3. Make the high art sourced in the International Art Competitions more available for mass consumption. The Church even awards some of the best works with "Purchase Awards" but then they get hung in the Church Museum or somewhere on Temple Square never to be seen by the majority of Church members. Why not use these as part of the LDS Gospel Art Kit or make them easily available for purchase through the Church Distribution catalogue? 

4. Potentially showcase high art/music at Conference. How many members have never heard the beautiful “The Redeemer” or similar oratorios? I thought it was interesting when the church brought in the Brazilian singer Liriel Domiciano and allowed her to sing not only in Music and the Spoken Word but in the Sunday morning session of Conference. The linked article says that that had not happened since 1930. Conference is perhaps the most central distribution mechanism of LDS culture, and for setting precedence; I think the church could use it strategically to inspire the development of the sacred music tradition of the Church. When a Koto or Javanese Gamelan orchestra accompanies the Mormon Tabernacle Choir we'll know the Church is trying to reach out to its international membership.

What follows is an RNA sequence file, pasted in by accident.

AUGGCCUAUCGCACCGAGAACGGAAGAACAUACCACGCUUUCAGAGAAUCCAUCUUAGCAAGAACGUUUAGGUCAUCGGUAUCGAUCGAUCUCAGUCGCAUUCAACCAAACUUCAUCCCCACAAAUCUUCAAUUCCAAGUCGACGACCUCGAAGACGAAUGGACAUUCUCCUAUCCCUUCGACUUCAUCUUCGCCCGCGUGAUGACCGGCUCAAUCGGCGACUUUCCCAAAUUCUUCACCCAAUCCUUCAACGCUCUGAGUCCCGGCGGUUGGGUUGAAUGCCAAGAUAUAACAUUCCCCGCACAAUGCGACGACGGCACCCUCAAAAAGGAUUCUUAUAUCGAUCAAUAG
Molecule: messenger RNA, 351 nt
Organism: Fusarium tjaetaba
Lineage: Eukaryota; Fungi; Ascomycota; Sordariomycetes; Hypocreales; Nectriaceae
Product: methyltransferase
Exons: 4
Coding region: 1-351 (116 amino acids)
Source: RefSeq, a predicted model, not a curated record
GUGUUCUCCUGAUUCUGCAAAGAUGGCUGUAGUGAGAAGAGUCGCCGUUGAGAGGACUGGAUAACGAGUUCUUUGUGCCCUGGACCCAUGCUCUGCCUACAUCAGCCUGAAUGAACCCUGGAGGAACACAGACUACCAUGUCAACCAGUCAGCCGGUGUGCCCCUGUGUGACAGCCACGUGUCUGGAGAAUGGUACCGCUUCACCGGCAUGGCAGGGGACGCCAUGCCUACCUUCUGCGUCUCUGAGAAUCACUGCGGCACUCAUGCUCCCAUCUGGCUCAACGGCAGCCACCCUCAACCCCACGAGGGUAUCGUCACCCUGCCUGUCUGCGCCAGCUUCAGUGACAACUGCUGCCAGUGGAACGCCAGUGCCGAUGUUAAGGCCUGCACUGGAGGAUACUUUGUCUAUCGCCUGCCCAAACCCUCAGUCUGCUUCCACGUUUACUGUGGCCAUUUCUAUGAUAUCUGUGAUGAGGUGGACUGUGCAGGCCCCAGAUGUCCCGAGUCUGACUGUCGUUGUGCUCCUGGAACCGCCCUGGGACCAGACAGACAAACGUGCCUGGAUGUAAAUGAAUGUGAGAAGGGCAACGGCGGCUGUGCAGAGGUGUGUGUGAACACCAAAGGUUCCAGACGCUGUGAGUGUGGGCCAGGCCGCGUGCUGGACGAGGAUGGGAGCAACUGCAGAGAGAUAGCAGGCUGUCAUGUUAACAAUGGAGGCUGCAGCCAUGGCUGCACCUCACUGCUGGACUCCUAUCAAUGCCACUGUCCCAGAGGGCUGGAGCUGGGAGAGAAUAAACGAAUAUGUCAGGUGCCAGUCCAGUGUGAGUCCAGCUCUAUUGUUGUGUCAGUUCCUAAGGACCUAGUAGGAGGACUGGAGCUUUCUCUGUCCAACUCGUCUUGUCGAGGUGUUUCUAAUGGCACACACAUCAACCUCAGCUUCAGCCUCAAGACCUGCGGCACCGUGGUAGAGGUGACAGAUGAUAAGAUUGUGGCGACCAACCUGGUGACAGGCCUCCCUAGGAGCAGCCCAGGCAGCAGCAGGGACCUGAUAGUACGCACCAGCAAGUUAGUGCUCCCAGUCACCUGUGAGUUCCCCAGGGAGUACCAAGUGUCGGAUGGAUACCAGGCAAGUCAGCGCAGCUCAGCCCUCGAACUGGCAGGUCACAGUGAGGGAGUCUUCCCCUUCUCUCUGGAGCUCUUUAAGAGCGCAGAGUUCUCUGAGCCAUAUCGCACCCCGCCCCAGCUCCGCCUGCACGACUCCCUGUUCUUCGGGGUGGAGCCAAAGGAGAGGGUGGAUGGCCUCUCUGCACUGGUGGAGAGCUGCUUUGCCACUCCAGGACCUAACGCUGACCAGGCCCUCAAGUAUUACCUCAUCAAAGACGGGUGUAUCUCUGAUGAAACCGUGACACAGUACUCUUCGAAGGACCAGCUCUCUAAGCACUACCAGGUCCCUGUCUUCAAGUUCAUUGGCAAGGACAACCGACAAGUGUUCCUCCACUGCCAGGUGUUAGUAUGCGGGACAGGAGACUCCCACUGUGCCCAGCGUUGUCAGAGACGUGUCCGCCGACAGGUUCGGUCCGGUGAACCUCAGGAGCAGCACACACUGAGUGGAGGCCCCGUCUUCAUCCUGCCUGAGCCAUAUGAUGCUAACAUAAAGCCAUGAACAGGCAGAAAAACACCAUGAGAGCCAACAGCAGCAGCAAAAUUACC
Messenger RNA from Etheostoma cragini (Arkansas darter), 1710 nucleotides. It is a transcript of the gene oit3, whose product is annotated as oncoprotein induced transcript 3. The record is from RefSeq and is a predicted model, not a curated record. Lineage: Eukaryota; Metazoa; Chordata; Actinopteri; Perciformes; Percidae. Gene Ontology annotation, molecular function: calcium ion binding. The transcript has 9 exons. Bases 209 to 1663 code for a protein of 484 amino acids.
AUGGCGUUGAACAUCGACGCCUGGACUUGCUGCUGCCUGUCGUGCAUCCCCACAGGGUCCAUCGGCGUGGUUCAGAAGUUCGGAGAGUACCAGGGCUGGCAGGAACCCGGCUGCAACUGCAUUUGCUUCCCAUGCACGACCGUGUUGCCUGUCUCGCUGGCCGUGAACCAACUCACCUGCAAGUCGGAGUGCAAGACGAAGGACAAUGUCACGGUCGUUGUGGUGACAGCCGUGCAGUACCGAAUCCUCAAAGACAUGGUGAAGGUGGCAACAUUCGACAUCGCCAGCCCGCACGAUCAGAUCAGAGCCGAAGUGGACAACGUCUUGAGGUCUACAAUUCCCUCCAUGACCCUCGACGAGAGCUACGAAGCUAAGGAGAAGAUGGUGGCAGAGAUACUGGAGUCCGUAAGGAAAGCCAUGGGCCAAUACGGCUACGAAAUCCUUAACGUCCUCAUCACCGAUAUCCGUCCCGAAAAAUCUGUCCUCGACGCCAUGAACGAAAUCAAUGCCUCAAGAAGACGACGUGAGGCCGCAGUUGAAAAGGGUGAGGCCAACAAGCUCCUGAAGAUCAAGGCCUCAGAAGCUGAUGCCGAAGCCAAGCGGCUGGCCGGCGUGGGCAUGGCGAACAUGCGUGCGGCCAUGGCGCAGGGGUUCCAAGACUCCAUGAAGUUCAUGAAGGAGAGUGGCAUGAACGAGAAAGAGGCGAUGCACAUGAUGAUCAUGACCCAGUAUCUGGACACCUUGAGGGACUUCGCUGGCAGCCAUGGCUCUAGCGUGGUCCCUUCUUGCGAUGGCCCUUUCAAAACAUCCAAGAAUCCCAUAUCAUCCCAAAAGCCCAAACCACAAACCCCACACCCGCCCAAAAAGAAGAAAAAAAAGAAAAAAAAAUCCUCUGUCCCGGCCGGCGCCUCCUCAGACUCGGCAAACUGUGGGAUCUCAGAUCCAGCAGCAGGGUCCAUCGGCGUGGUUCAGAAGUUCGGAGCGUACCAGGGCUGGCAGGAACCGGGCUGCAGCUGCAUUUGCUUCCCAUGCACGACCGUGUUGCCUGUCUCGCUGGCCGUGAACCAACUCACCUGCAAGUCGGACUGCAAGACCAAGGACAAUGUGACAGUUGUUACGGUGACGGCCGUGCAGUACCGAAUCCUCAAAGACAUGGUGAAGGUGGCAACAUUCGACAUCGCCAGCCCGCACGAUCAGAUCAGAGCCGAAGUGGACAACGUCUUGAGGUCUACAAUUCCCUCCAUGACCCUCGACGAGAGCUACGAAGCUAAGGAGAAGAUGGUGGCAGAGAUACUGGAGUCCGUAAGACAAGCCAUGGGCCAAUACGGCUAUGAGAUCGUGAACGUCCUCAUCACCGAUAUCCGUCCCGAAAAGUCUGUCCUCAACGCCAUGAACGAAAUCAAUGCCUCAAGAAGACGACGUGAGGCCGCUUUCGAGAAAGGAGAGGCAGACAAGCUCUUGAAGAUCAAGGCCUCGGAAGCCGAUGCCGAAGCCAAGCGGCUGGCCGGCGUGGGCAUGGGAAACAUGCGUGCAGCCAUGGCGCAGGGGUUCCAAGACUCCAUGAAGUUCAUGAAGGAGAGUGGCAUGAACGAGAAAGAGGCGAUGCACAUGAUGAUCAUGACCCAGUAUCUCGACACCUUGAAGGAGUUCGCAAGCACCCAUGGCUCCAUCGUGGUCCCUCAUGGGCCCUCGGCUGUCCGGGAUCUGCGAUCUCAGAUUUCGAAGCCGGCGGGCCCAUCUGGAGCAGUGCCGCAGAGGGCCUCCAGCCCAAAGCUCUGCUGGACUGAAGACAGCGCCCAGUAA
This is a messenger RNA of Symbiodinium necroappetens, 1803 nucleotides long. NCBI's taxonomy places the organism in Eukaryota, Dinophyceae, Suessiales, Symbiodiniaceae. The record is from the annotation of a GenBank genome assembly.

I think the second side in this equation is that members of the Church interested in these topics need to unite and use business and the Internet effectively to promote the creative arts of LDS artists. I think it needs to be separate from the Church and BYU but not so far removed from the mainstream that it can be dismissed by the mainstream membership of the Church. I think it will need to be web-based to reach the international church if it is truly going to represent and try to promote a world-wide high-art culture of Mormonism.

Those are my thoughts, I'm sure they are not new ideas and I know there are more important things to manage in the worldwide church such as pure doctrine and leadership, so this would all just be a cherry on top.

Sunday, September 28, 2008

Slideshow of LDS Art

Quick update before my next post- I added a slideshow of LDS Art in the sidebar. Some of them are a bit more obscure and I realize it is hard to see details in the little sidebar so I would be happy to share where I located them on the web. Also, feel free to send me any pieces you think should be part of the slideshow, but I can't gaurantee I'll post them all, they must pass the screen of my own personal tastes :) I hope the artists see it as a free endoresment and not as a copyright issue.

Second, I added a feature to allow people to subscribe via email as I realize not everyone uses RSS readers.

Monday, September 8, 2008

Mormons should think twice when calling Jesus their "Elder Brother"

Mormons sometimes refer to Jesus as their "Elder Brother." This phrase is troubling to many onlookers from traditional Christianity as they see it as lowering the status of Jesus from God and King or putting us as practitioners on the same level as Jesus. It is a phrase that fuels their claims that we worship 'another Jesus' or the ridiculous smear tactic of saying Jesus and Satan are brothers, which was even used by Mike Huckabee in the presidential race, putting the issue in national papers.